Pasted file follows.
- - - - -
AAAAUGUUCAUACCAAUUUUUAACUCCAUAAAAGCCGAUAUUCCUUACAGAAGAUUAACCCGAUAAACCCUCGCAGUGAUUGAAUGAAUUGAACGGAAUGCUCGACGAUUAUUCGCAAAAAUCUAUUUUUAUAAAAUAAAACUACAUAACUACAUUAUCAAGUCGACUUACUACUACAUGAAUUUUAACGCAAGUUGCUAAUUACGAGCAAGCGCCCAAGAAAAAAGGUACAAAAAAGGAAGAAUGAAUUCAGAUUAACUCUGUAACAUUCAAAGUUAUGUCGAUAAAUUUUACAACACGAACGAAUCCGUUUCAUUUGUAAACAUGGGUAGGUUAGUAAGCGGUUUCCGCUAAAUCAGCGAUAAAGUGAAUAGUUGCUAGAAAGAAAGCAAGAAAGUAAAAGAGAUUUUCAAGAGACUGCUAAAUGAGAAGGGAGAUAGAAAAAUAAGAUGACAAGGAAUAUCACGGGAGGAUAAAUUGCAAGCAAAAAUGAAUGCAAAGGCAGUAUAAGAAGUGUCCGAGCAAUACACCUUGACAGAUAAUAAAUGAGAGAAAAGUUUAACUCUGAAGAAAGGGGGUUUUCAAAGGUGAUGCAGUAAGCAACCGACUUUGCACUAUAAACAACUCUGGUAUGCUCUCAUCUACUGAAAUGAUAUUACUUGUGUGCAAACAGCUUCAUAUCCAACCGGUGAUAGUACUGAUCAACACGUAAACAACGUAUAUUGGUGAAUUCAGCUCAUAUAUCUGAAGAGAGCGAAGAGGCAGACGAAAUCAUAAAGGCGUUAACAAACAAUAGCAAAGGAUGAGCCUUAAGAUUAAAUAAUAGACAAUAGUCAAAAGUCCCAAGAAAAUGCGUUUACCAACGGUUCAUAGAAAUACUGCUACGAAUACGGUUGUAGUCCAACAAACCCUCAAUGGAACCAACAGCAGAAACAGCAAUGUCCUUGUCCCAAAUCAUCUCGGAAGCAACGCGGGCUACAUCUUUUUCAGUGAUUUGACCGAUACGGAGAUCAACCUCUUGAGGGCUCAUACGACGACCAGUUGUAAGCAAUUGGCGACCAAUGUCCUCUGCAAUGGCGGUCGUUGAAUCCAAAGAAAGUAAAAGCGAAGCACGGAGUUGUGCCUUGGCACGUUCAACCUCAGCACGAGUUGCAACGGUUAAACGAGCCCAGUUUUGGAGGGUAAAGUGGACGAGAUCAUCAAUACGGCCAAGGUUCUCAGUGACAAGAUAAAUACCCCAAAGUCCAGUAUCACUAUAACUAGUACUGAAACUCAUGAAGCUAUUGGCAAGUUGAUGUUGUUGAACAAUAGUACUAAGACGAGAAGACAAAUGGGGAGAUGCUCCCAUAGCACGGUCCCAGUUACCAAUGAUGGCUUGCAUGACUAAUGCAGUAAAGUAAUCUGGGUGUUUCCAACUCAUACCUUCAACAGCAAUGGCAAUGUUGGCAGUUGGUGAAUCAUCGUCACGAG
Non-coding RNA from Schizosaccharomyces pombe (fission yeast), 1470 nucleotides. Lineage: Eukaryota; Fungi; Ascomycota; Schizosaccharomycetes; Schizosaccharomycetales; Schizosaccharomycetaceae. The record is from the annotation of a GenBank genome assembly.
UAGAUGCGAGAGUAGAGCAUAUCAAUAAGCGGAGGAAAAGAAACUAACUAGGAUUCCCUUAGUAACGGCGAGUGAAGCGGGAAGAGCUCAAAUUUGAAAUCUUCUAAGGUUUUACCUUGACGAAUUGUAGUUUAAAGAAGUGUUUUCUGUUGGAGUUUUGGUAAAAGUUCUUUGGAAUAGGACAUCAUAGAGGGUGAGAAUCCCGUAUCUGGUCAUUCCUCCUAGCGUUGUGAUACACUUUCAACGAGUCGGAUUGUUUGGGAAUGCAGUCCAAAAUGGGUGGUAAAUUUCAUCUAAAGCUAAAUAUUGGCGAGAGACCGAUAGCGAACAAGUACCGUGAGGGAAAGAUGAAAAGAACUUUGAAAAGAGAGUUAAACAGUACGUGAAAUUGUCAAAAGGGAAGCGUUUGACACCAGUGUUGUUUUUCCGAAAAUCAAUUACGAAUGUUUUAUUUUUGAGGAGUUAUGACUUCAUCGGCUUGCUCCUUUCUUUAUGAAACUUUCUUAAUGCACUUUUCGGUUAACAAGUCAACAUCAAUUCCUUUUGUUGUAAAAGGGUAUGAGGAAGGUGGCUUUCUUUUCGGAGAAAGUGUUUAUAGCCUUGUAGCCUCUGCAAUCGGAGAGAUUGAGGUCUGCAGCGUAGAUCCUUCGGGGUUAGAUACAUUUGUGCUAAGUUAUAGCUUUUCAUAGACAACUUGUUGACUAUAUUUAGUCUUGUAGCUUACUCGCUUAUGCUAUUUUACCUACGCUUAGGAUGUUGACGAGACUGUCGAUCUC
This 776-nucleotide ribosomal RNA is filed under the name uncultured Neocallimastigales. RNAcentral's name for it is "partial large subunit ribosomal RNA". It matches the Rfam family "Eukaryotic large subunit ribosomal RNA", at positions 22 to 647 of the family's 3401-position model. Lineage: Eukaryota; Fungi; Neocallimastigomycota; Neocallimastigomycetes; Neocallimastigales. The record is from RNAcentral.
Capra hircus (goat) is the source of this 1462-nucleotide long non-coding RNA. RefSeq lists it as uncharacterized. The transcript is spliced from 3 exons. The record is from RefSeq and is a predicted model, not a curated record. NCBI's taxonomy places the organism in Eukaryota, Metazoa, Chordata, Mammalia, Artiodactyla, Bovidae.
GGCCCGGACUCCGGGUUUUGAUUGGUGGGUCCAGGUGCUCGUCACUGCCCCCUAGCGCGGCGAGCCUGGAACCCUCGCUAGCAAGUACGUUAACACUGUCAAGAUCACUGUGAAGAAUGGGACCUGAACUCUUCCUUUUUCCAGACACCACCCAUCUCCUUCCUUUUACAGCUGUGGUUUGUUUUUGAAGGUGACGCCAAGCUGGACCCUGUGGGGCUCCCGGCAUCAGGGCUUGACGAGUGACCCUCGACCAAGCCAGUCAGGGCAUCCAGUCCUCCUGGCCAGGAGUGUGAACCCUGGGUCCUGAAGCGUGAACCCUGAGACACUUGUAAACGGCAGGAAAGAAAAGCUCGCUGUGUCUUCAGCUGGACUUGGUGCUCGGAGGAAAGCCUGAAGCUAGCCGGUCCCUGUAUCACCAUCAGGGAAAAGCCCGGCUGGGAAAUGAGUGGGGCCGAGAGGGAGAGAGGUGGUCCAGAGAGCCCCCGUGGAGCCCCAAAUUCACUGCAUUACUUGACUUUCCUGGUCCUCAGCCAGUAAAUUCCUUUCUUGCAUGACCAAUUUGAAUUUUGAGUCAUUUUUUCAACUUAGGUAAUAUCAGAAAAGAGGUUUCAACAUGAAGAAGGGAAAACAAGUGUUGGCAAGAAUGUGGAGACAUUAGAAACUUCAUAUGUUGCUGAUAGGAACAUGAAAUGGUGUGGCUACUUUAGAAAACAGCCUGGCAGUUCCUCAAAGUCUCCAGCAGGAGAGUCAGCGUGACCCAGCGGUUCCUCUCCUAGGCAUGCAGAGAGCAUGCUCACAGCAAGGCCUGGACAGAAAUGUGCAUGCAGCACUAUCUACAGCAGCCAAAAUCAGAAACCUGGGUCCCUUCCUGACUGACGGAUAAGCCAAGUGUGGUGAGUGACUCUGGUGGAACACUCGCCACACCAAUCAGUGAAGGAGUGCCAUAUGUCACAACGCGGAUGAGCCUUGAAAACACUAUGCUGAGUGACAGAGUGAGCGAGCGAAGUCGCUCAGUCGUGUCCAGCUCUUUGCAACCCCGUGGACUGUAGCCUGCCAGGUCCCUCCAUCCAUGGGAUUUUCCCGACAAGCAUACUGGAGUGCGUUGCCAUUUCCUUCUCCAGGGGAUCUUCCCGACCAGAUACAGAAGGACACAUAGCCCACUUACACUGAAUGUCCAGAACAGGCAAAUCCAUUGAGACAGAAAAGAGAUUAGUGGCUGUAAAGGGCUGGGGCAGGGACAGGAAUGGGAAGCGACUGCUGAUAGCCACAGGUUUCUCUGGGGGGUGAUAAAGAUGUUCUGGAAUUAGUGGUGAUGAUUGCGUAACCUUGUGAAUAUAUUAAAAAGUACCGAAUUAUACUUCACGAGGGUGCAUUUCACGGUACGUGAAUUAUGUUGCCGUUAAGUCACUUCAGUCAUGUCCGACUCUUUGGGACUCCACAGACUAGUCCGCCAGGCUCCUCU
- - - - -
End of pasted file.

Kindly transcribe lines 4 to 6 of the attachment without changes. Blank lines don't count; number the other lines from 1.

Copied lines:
This 776-nucleotide ribosomal RNA is filed under the name uncultured Neocallimastigales. RNAcentral's name for it is "partial large subunit ribosomal RNA". It matches the Rfam family "Eukaryotic large subunit ribosomal RNA", at positions 22 to 647 of the family's 3401-position model. Lineage: Eukaryota; Fungi; Neocallimastigomycota; Neocallimastigomycetes; Neocallimastigales. The record is from RNAcentral.
Capra hircus (goat) is the source of this 1462-nucleotide long non-coding RNA. RefSeq lists it as uncharacterized. The transcript is spliced from 3 exons. The record is from RefSeq and is a predicted model, not a curated record. NCBI's taxonomy places the organism in Eukaryota, Metazoa, Chordata, Mammalia, Artiodactyla, Bovidae.
GGCCCGGACUCCGGGUUUUGAUUGGUGGGUCCAGGUGCUCGUCACUGCCCCCUAGCGCGGCGAGCCUGGAACCCUCGCUAGCAAGUACGUUAACACUGUCAAGAUCACUGUGAAGAAUGGGACCUGAACUCUUCCUUUUUCCAGACACCACCCAUCUCCUUCCUUUUACAGCUGUGGUUUGUUUUUGAAGGUGACGCCAAGCUGGACCCUGUGGGGCUCCCGGCAUCAGGGCUUGACGAGUGACCCUCGACCAAGCCAGUCAGGGCAUCCAGUCCUCCUGGCCAGGAGUGUGAACCCUGGGUCCUGAAGCGUGAACCCUGAGACACUUGUAAACGGCAGGAAAGAAAAGCUCGCUGUGUCUUCAGCUGGACUUGGUGCUCGGAGGAAAGCCUGAAGCUAGCCGGUCCCUGUAUCACCAUCAGGGAAAAGCCCGGCUGGGAAAUGAGUGGGGCCGAGAGGGAGAGAGGUGGUCCAGAGAGCCCCCGUGGAGCCCCAAAUUCACUGCAUUACUUGACUUUCCUGGUCCUCAGCCAGUAAAUUCCUUUCUUGCAUGACCAAUUUGAAUUUUGAGUCAUUUUUUCAACUUAGGUAAUAUCAGAAAAGAGGUUUCAACAUGAAGAAGGGAAAACAAGUGUUGGCAAGAAUGUGGAGACAUUAGAAACUUCAUAUGUUGCUGAUAGGAACAUGAAAUGGUGUGGCUACUUUAGAAAACAGCCUGGCAGUUCCUCAAAGUCUCCAGCAGGAGAGUCAGCGUGACCCAGCGGUUCCUCUCCUAGGCAUGCAGAGAGCAUGCUCACAGCAAGGCCUGGACAGAAAUGUGCAUGCAGCACUAUCUACAGCAGCCAAAAUCAGAAACCUGGGUCCCUUCCUGACUGACGGAUAAGCCAAGUGUGGUGAGUGACUCUGGUGGAACACUCGCCACACCAAUCAGUGAAGGAGUGCCAUAUGUCACAACGCGGAUGAGCCUUGAAAACACUAUGCUGAGUGACAGAGUGAGCGAGCGAAGUCGCUCAGUCGUGUCCAGCUCUUUGCAACCCCGUGGACUGUAGCCUGCCAGGUCCCUCCAUCCAUGGGAUUUUCCCGACAAGCAUACUGGAGUGCGUUGCCAUUUCCUUCUCCAGGGGAUCUUCCCGACCAGAUACAGAAGGACACAUAGCCCACUUACACUGAAUGUCCAGAACAGGCAAAUCCAUUGAGACAGAAAAGAGAUUAGUGGCUGUAAAGGGCUGGGGCAGGGACAGGAAUGGGAAGCGACUGCUGAUAGCCACAGGUUUCUCUGGGGGGUGAUAAAGAUGUUCUGGAAUUAGUGGUGAUGAUUGCGUAACCUUGUGAAUAUAUUAAAAAGUACCGAAUUAUACUUCACGAGGGUGCAUUUCACGGUACGUGAAUUAUGUUGCCGUUAAGUCACUUCAGUCAUGUCCGACUCUUUGGGACUCCACAGACUAGUCCGCCAGGCUCCUCU